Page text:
Our definition of the word "living" doesn't really
account for viruses. They tend to blur the lines.
Viruses don't contain within themselves all of
the information they need to replicate, unlike
living cells, which do. For this reason, we do not
consider viruses to be organisms in the sense that
you and I are.
However, viruses can reproduce with help, and
their ability to reproduce and the information
that distinguishes one virus from another behaves
in a very life-like way. Viruses can evolve by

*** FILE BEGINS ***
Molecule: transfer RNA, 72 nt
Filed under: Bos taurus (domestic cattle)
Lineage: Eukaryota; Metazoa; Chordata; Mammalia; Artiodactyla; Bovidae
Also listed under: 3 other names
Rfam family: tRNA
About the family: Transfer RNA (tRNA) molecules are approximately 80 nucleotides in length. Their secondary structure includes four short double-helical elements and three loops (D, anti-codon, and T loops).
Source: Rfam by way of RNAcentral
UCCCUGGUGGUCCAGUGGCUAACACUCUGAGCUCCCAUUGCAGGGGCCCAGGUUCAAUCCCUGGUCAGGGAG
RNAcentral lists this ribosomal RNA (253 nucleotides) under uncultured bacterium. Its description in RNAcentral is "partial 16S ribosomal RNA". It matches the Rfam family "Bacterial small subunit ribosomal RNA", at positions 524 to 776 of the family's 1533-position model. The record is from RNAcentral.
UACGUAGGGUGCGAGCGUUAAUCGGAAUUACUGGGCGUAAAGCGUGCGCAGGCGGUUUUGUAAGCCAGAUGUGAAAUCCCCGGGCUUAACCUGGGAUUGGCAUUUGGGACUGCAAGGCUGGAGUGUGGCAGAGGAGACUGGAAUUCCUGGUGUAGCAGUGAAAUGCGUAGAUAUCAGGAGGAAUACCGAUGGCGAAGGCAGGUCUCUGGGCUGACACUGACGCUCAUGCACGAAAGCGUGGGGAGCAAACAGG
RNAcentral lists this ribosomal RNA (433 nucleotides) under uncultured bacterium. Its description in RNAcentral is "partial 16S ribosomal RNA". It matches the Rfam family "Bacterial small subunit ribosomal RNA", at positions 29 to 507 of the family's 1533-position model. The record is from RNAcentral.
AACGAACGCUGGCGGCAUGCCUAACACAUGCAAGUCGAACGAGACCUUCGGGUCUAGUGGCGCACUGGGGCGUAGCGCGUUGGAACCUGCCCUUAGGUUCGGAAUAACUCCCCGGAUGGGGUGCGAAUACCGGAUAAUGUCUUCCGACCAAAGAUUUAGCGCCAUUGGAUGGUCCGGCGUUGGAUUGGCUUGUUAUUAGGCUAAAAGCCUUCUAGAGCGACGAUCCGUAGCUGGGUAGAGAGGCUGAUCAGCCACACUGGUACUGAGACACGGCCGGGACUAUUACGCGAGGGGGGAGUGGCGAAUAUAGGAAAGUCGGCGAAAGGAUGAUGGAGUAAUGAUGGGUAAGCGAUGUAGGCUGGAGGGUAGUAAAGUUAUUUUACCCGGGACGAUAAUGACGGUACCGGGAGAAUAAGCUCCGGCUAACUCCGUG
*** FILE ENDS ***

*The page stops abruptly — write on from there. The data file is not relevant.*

natural selection, for example; this is why
disease-causing viruses eventually become
resistant to the drugs we use to fight them.
In reality, nature does not make such neat and
tidy distinctions between living and nonliving
that we like to identify, and viruses are an
example of something that makes our human-made
distinctions somewhat blurry. There are other
examples that I can think of, too: the cells in a
tree that make up its wood are not living cells,
but the tree itself certainly is alive, and
without the wood it would die, because it couldn't
get water up from the ground into the leaves where
it gets used. So is wood living or is it dead? I
could ask the same question about the crystals of
mineral that make up your bones and teeth, and so
Click Here to return to the search form.